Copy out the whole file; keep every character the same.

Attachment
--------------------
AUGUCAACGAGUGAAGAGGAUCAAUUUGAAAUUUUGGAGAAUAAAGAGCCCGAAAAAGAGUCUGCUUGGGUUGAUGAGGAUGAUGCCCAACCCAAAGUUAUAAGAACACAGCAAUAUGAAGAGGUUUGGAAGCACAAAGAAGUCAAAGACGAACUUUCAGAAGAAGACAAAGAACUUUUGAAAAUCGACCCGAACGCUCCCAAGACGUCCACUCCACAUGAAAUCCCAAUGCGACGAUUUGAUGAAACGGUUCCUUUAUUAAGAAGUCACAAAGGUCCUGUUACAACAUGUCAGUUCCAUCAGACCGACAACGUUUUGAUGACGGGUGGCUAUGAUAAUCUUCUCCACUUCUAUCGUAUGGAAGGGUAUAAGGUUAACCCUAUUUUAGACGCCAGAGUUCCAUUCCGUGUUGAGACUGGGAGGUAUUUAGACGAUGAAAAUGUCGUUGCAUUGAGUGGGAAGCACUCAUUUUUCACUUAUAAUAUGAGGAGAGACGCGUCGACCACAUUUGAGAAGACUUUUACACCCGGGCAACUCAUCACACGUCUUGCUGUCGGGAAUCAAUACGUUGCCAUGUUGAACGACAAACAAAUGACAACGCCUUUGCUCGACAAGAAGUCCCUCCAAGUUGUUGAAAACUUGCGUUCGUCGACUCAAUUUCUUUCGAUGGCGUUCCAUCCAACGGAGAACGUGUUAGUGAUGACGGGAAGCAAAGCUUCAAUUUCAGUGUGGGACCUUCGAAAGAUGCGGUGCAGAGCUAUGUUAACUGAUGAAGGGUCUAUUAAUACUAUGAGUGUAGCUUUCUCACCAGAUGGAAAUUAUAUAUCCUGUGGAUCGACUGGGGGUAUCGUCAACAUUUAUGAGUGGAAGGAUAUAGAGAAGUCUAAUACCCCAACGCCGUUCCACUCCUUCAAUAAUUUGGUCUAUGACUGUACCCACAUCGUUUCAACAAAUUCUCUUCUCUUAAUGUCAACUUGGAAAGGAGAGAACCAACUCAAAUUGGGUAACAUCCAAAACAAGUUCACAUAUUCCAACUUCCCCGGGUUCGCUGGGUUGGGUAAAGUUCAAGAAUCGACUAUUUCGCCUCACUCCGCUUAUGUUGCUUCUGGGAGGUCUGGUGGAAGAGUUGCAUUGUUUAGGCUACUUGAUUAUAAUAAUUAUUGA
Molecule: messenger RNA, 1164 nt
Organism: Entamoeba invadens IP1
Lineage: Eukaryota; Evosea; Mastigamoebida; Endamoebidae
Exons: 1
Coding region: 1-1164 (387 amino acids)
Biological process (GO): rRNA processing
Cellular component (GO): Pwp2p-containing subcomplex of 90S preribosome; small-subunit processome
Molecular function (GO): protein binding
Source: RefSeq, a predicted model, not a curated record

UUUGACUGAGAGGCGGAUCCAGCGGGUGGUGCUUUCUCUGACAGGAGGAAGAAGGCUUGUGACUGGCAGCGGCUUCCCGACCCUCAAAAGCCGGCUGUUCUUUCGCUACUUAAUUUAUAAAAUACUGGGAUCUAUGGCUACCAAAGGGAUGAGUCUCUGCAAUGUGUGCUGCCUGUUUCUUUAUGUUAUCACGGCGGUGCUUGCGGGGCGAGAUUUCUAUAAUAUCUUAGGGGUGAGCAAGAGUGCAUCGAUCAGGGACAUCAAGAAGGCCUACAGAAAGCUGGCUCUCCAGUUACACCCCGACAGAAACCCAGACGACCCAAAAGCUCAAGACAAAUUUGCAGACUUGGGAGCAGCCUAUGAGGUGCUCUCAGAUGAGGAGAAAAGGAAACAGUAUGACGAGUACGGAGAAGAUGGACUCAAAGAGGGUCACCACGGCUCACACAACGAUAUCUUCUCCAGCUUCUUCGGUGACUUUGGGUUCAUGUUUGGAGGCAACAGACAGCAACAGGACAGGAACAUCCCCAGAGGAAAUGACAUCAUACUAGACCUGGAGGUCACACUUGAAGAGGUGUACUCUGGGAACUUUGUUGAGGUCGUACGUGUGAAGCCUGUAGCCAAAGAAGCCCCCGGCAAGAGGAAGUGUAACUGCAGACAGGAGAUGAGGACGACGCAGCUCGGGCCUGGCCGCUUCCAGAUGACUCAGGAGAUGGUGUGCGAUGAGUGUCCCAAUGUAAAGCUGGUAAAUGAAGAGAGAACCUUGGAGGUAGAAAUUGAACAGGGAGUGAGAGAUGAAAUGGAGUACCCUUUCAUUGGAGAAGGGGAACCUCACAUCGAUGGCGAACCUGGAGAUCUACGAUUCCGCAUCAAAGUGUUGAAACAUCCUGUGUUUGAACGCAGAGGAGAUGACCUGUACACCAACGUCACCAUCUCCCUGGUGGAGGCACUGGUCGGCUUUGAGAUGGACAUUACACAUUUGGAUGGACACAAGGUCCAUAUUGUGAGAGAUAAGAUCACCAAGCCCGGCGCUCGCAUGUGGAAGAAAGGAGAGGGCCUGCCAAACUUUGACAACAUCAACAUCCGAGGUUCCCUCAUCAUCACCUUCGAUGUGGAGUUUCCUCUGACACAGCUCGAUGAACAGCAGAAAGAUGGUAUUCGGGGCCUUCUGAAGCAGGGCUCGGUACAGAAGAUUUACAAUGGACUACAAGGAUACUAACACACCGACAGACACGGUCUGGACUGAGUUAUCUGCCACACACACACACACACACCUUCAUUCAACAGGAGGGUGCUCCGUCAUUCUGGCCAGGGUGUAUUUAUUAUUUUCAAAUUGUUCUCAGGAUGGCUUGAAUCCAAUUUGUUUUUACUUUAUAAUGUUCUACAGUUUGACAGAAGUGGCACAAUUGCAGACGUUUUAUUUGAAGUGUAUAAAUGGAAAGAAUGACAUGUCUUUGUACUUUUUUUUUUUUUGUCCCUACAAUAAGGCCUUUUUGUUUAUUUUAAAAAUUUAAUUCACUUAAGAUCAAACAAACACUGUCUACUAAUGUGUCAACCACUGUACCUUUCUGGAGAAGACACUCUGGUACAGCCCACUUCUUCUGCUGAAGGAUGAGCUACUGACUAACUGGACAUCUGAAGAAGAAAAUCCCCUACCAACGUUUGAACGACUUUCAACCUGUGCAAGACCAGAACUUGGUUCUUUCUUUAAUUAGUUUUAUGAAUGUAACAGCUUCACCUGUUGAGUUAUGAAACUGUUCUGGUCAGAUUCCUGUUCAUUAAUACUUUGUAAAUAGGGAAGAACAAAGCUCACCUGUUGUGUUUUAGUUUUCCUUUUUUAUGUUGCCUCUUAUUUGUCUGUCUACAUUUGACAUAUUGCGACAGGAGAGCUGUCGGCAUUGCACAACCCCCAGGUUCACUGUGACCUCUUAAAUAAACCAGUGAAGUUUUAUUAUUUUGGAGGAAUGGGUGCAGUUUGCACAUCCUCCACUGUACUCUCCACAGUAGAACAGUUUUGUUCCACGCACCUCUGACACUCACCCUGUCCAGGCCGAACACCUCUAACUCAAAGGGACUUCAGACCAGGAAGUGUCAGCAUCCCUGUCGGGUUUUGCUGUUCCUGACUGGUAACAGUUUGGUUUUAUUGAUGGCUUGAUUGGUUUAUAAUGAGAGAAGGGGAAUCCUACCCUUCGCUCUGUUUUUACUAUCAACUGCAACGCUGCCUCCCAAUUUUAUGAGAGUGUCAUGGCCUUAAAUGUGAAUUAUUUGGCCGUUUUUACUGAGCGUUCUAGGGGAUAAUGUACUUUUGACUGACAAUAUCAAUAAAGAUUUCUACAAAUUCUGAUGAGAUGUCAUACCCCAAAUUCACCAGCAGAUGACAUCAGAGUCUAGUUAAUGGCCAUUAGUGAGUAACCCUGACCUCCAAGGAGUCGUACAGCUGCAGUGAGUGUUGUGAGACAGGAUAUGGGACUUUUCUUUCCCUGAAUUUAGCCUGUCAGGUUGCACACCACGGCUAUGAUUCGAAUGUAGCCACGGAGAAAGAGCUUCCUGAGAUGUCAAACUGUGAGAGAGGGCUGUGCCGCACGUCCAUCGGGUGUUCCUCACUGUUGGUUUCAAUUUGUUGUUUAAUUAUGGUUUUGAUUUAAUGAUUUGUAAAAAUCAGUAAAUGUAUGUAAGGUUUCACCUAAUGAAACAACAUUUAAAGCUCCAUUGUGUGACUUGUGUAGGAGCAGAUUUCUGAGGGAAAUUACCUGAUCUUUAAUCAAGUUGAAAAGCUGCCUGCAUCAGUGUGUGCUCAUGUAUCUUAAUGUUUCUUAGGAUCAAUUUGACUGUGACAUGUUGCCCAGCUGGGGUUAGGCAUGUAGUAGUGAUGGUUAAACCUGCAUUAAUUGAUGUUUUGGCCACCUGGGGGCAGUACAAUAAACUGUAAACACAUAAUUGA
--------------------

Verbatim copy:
AUGUCAACGAGUGAAGAGGAUCAAUUUGAAAUUUUGGAGAAUAAAGAGCCCGAAAAAGAGUCUGCUUGGGUUGAUGAGGAUGAUGCCCAACCCAAAGUUAUAAGAACACAGCAAUAUGAAGAGGUUUGGAAGCACAAAGAAGUCAAAGACGAACUUUCAGAAGAAGACAAAGAACUUUUGAAAAUCGACCCGAACGCUCCCAAGACGUCCACUCCACAUGAAAUCCCAAUGCGACGAUUUGAUGAAACGGUUCCUUUAUUAAGAAGUCACAAAGGUCCUGUUACAACAUGUCAGUUCCAUCAGACCGACAACGUUUUGAUGACGGGUGGCUAUGAUAAUCUUCUCCACUUCUAUCGUAUGGAAGGGUAUAAGGUUAACCCUAUUUUAGACGCCAGAGUUCCAUUCCGUGUUGAGACUGGGAGGUAUUUAGACGAUGAAAAUGUCGUUGCAUUGAGUGGGAAGCACUCAUUUUUCACUUAUAAUAUGAGGAGAGACGCGUCGACCACAUUUGAGAAGACUUUUACACCCGGGCAACUCAUCACACGUCUUGCUGUCGGGAAUCAAUACGUUGCCAUGUUGAACGACAAACAAAUGACAACGCCUUUGCUCGACAAGAAGUCCCUCCAAGUUGUUGAAAACUUGCGUUCGUCGACUCAAUUUCUUUCGAUGGCGUUCCAUCCAACGGAGAACGUGUUAGUGAUGACGGGAAGCAAAGCUUCAAUUUCAGUGUGGGACCUUCGAAAGAUGCGGUGCAGAGCUAUGUUAACUGAUGAAGGGUCUAUUAAUACUAUGAGUGUAGCUUUCUCACCAGAUGGAAAUUAUAUAUCCUGUGGAUCGACUGGGGGUAUCGUCAACAUUUAUGAGUGGAAGGAUAUAGAGAAGUCUAAUACCCCAACGCCGUUCCACUCCUUCAAUAAUUUGGUCUAUGACUGUACCCACAUCGUUUCAACAAAUUCUCUUCUCUUAAUGUCAACUUGGAAAGGAGAGAACCAACUCAAAUUGGGUAACAUCCAAAACAAGUUCACAUAUUCCAACUUCCCCGGGUUCGCUGGGUUGGGUAAAGUUCAAGAAUCGACUAUUUCGCCUCACUCCGCUUAUGUUGCUUCUGGGAGGUCUGGUGGAAGAGUUGCAUUGUUUAGGCUACUUGAUUAUAAUAAUUAUUGA
Molecule: messenger RNA, 1164 nt
Organism: Entamoeba invadens IP1
Lineage: Eukaryota; Evosea; Mastigamoebida; Endamoebidae
Exons: 1
Coding region: 1-1164 (387 amino acids)
Biological process (GO): rRNA processing
Cellular component (GO): Pwp2p-containing subcomplex of 90S preribosome; small-subunit processome
Molecular function (GO): protein binding
Source: RefSeq, a predicted model, not a curated record

UUUGACUGAGAGGCGGAUCCAGCGGGUGGUGCUUUCUCUGACAGGAGGAAGAAGGCUUGUGACUGGCAGCGGCUUCCCGACCCUCAAAAGCCGGCUGUUCUUUCGCUACUUAAUUUAUAAAAUACUGGGAUCUAUGGCUACCAAAGGGAUGAGUCUCUGCAAUGUGUGCUGCCUGUUUCUUUAUGUUAUCACGGCGGUGCUUGCGGGGCGAGAUUUCUAUAAUAUCUUAGGGGUGAGCAAGAGUGCAUCGAUCAGGGACAUCAAGAAGGCCUACAGAAAGCUGGCUCUCCAGUUACACCCCGACAGAAACCCAGACGACCCAAAAGCUCAAGACAAAUUUGCAGACUUGGGAGCAGCCUAUGAGGUGCUCUCAGAUGAGGAGAAAAGGAAACAGUAUGACGAGUACGGAGAAGAUGGACUCAAAGAGGGUCACCACGGCUCACACAACGAUAUCUUCUCCAGCUUCUUCGGUGACUUUGGGUUCAUGUUUGGAGGCAACAGACAGCAACAGGACAGGAACAUCCCCAGAGGAAAUGACAUCAUACUAGACCUGGAGGUCACACUUGAAGAGGUGUACUCUGGGAACUUUGUUGAGGUCGUACGUGUGAAGCCUGUAGCCAAAGAAGCCCCCGGCAAGAGGAAGUGUAACUGCAGACAGGAGAUGAGGACGACGCAGCUCGGGCCUGGCCGCUUCCAGAUGACUCAGGAGAUGGUGUGCGAUGAGUGUCCCAAUGUAAAGCUGGUAAAUGAAGAGAGAACCUUGGAGGUAGAAAUUGAACAGGGAGUGAGAGAUGAAAUGGAGUACCCUUUCAUUGGAGAAGGGGAACCUCACAUCGAUGGCGAACCUGGAGAUCUACGAUUCCGCAUCAAAGUGUUGAAACAUCCUGUGUUUGAACGCAGAGGAGAUGACCUGUACACCAACGUCACCAUCUCCCUGGUGGAGGCACUGGUCGGCUUUGAGAUGGACAUUACACAUUUGGAUGGACACAAGGUCCAUAUUGUGAGAGAUAAGAUCACCAAGCCCGGCGCUCGCAUGUGGAAGAAAGGAGAGGGCCUGCCAAACUUUGACAACAUCAACAUCCGAGGUUCCCUCAUCAUCACCUUCGAUGUGGAGUUUCCUCUGACACAGCUCGAUGAACAGCAGAAAGAUGGUAUUCGGGGCCUUCUGAAGCAGGGCUCGGUACAGAAGAUUUACAAUGGACUACAAGGAUACUAACACACCGACAGACACGGUCUGGACUGAGUUAUCUGCCACACACACACACACACACCUUCAUUCAACAGGAGGGUGCUCCGUCAUUCUGGCCAGGGUGUAUUUAUUAUUUUCAAAUUGUUCUCAGGAUGGCUUGAAUCCAAUUUGUUUUUACUUUAUAAUGUUCUACAGUUUGACAGAAGUGGCACAAUUGCAGACGUUUUAUUUGAAGUGUAUAAAUGGAAAGAAUGACAUGUCUUUGUACUUUUUUUUUUUUUGUCCCUACAAUAAGGCCUUUUUGUUUAUUUUAAAAAUUUAAUUCACUUAAGAUCAAACAAACACUGUCUACUAAUGUGUCAACCACUGUACCUUUCUGGAGAAGACACUCUGGUACAGCCCACUUCUUCUGCUGAAGGAUGAGCUACUGACUAACUGGACAUCUGAAGAAGAAAAUCCCCUACCAACGUUUGAACGACUUUCAACCUGUGCAAGACCAGAACUUGGUUCUUUCUUUAAUUAGUUUUAUGAAUGUAACAGCUUCACCUGUUGAGUUAUGAAACUGUUCUGGUCAGAUUCCUGUUCAUUAAUACUUUGUAAAUAGGGAAGAACAAAGCUCACCUGUUGUGUUUUAGUUUUCCUUUUUUAUGUUGCCUCUUAUUUGUCUGUCUACAUUUGACAUAUUGCGACAGGAGAGCUGUCGGCAUUGCACAACCCCCAGGUUCACUGUGACCUCUUAAAUAAACCAGUGAAGUUUUAUUAUUUUGGAGGAAUGGGUGCAGUUUGCACAUCCUCCACUGUACUCUCCACAGUAGAACAGUUUUGUUCCACGCACCUCUGACACUCACCCUGUCCAGGCCGAACACCUCUAACUCAAAGGGACUUCAGACCAGGAAGUGUCAGCAUCCCUGUCGGGUUUUGCUGUUCCUGACUGGUAACAGUUUGGUUUUAUUGAUGGCUUGAUUGGUUUAUAAUGAGAGAAGGGGAAUCCUACCCUUCGCUCUGUUUUUACUAUCAACUGCAACGCUGCCUCCCAAUUUUAUGAGAGUGUCAUGGCCUUAAAUGUGAAUUAUUUGGCCGUUUUUACUGAGCGUUCUAGGGGAUAAUGUACUUUUGACUGACAAUAUCAAUAAAGAUUUCUACAAAUUCUGAUGAGAUGUCAUACCCCAAAUUCACCAGCAGAUGACAUCAGAGUCUAGUUAAUGGCCAUUAGUGAGUAACCCUGACCUCCAAGGAGUCGUACAGCUGCAGUGAGUGUUGUGAGACAGGAUAUGGGACUUUUCUUUCCCUGAAUUUAGCCUGUCAGGUUGCACACCACGGCUAUGAUUCGAAUGUAGCCACGGAGAAAGAGCUUCCUGAGAUGUCAAACUGUGAGAGAGGGCUGUGCCGCACGUCCAUCGGGUGUUCCUCACUGUUGGUUUCAAUUUGUUGUUUAAUUAUGGUUUUGAUUUAAUGAUUUGUAAAAAUCAGUAAAUGUAUGUAAGGUUUCACCUAAUGAAACAACAUUUAAAGCUCCAUUGUGUGACUUGUGUAGGAGCAGAUUUCUGAGGGAAAUUACCUGAUCUUUAAUCAAGUUGAAAAGCUGCCUGCAUCAGUGUGUGCUCAUGUAUCUUAAUGUUUCUUAGGAUCAAUUUGACUGUGACAUGUUGCCCAGCUGGGGUUAGGCAUGUAGUAGUGAUGGUUAAACCUGCAUUAAUUGAUGUUUUGGCCACCUGGGGGCAGUACAAUAAACUGUAAACACAUAAUUGA